Suzanne Jovin was found near the Yale campus in New Haven, Conn., with 17 stab wounds to her neck and head and the tip of a knife lodged in her skull. Nineteen years later, investigators and an assistant state's attorney are still devoting eight hours each week to the murder case—and may be close to solving it. Recently, the team submitted Jovin's clothing for touch DNA analysis, sought help from the FBI, interviewed new and old witnesses across the country, and hired a hypnotist to work with a witness who might've seen the Yale student minutes before she was killed, reports the Hartford Courant. The new strides were revealed in a recent Freedom of Information hearing after documentary filmmakers requested case files be released.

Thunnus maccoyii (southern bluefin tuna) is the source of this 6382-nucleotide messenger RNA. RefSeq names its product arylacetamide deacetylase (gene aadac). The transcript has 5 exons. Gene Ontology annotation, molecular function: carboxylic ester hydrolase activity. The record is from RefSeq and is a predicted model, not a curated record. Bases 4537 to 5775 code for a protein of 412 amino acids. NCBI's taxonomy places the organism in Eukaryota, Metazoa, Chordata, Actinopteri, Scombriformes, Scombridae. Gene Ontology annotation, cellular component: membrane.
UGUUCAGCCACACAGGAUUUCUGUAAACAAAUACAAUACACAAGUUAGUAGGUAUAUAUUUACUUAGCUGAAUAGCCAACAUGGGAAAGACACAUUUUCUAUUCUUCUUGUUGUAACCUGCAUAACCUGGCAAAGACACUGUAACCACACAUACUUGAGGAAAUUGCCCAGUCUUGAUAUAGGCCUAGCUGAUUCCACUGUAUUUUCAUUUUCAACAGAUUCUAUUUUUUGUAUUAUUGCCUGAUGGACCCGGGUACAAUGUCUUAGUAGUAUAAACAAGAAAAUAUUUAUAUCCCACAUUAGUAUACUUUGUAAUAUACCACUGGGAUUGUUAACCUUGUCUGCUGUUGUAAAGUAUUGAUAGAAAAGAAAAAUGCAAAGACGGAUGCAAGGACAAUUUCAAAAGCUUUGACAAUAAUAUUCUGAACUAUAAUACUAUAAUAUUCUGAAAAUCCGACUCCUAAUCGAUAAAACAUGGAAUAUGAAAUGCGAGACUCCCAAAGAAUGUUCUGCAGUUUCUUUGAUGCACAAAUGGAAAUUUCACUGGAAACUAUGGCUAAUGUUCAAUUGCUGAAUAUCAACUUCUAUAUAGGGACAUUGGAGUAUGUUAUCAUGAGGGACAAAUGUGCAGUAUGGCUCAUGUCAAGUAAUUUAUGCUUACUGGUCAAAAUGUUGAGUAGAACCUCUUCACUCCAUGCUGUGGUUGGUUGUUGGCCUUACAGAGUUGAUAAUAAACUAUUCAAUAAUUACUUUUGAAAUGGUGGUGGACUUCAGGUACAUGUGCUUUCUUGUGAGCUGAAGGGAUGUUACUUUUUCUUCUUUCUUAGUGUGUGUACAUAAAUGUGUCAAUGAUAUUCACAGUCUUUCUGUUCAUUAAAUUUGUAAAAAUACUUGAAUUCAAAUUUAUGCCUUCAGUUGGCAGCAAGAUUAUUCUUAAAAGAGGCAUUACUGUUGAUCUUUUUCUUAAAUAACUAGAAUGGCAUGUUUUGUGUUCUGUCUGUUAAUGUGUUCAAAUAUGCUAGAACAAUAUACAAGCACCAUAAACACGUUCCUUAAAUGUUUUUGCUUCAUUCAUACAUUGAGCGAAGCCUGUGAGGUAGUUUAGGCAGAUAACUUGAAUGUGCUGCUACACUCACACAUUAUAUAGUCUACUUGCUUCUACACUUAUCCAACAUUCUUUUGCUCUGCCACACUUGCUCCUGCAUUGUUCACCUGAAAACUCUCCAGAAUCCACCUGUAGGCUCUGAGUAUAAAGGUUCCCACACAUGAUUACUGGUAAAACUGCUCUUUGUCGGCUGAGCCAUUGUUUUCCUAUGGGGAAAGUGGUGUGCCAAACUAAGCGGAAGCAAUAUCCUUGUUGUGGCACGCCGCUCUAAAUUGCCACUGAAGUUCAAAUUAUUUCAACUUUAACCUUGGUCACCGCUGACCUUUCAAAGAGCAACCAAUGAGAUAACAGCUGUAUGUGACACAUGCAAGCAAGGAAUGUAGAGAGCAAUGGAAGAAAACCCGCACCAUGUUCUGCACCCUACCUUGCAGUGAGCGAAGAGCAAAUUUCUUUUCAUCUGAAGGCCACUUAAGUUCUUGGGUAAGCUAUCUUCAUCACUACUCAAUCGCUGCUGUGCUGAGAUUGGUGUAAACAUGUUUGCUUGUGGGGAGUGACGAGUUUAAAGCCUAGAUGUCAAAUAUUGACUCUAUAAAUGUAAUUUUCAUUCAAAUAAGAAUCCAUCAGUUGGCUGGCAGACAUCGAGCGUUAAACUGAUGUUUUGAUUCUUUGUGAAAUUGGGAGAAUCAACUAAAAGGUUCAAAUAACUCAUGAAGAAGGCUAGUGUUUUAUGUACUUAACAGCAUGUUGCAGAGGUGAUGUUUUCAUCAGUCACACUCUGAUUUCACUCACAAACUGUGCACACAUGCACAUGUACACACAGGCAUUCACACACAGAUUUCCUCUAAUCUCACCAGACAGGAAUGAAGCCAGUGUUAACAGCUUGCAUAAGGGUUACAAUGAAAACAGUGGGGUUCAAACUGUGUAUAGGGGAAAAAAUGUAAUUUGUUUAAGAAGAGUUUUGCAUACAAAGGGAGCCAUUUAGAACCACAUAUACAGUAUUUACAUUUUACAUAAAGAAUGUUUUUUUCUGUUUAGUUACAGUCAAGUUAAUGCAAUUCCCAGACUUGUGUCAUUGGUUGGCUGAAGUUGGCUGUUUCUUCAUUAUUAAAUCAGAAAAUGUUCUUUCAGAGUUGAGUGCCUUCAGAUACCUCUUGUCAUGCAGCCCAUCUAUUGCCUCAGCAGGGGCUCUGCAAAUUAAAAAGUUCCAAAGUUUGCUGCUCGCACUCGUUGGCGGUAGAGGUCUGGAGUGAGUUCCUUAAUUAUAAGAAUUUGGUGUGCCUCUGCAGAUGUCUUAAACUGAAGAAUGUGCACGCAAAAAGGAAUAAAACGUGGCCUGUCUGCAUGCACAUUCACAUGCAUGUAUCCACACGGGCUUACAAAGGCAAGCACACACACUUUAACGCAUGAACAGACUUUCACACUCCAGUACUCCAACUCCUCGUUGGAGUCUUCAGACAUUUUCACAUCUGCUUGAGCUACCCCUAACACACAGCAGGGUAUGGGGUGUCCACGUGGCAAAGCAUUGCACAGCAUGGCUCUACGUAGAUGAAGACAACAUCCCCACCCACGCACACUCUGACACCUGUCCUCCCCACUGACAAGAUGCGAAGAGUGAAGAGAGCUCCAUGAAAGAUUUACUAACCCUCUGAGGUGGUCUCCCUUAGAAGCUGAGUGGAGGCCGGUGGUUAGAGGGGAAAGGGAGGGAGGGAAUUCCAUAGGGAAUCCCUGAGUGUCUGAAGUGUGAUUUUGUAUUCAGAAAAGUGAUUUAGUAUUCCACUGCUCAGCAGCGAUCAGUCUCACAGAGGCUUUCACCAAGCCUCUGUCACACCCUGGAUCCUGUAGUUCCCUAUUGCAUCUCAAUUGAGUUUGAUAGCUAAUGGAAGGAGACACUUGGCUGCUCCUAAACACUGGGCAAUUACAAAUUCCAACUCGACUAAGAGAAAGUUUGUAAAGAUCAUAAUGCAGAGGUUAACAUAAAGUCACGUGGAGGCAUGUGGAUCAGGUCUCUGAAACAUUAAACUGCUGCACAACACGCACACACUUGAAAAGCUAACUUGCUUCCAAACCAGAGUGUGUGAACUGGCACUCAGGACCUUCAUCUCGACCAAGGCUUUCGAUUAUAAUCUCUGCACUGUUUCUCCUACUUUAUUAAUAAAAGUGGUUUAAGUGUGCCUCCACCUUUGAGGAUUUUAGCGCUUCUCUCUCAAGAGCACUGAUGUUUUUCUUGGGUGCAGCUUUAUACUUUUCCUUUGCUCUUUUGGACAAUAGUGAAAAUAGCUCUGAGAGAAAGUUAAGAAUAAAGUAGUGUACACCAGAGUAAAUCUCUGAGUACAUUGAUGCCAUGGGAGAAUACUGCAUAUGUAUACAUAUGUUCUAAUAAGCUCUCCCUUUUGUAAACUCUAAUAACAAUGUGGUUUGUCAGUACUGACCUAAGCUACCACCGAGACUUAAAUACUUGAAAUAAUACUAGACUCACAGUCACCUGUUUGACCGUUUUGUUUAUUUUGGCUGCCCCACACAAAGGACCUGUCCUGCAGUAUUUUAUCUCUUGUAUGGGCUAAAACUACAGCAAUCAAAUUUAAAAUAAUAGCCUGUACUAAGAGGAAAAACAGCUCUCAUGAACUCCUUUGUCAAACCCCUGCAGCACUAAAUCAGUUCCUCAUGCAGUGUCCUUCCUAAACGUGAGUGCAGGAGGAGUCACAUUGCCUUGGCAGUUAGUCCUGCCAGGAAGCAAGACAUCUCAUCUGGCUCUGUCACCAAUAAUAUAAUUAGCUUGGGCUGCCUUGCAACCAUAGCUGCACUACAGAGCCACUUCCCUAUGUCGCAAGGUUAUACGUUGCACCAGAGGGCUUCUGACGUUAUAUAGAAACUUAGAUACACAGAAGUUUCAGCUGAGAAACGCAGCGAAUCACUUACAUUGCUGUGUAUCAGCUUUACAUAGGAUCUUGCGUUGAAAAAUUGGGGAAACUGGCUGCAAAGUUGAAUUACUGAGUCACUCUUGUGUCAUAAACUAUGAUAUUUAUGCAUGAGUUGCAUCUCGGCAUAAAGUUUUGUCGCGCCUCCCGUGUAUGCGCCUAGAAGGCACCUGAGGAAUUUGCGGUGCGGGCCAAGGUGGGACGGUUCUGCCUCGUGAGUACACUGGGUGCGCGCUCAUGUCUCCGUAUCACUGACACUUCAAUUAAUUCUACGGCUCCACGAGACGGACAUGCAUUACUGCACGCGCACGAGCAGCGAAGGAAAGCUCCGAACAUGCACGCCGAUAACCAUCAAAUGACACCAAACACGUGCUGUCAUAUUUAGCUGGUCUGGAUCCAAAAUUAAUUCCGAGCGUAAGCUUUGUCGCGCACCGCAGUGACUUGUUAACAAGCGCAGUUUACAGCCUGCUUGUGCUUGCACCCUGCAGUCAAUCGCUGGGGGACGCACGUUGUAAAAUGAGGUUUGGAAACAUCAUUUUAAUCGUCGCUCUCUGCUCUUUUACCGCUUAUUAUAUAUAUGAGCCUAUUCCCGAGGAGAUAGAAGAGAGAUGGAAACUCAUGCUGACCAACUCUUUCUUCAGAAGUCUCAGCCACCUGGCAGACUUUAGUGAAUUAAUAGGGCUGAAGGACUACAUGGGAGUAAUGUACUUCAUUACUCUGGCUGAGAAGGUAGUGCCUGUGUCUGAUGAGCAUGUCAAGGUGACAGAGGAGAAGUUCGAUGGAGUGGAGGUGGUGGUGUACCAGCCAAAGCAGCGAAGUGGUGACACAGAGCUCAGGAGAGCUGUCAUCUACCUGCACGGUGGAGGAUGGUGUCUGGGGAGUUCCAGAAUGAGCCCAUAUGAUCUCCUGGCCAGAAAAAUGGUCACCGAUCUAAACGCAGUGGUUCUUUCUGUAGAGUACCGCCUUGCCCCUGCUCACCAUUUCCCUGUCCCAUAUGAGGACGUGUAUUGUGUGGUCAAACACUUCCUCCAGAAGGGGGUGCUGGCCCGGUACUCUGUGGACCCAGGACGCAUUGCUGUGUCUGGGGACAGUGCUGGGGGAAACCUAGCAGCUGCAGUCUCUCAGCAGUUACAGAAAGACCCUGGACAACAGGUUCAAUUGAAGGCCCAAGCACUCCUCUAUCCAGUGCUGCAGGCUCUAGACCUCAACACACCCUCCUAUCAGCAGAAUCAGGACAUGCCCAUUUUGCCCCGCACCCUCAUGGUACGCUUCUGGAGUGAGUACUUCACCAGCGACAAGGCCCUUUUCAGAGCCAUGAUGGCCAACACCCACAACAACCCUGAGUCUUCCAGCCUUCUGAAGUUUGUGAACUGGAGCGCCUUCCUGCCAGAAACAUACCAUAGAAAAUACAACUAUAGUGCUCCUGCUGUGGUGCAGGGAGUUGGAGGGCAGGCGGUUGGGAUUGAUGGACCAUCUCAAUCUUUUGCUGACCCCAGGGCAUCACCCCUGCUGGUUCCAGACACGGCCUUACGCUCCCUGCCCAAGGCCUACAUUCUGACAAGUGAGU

In denying the request, an FOI hearing officer noted the files could compromise the ongoing investigation, adding "a prospective law enforcement action is a reasonable possibility." She did not elaborate. Several suspects have surfaced since Jovin, 21, was found on Dec. 4, 1998, two miles from the Yale campus, a location authorities believe she was driven to, A&E noted when highlighting the case earlier this year. Among them is Jovin's professor and thesis adviser, James Van de Velde, though he maintains his innocence and won at least $200,000 in a 2013 settlement with Yale and New Haven over damage to his reputation. A witness also described a man with "blondish hair” and "chiseled features" running from the scene. (Jovin's murder isn't the only one to haunt Yale.)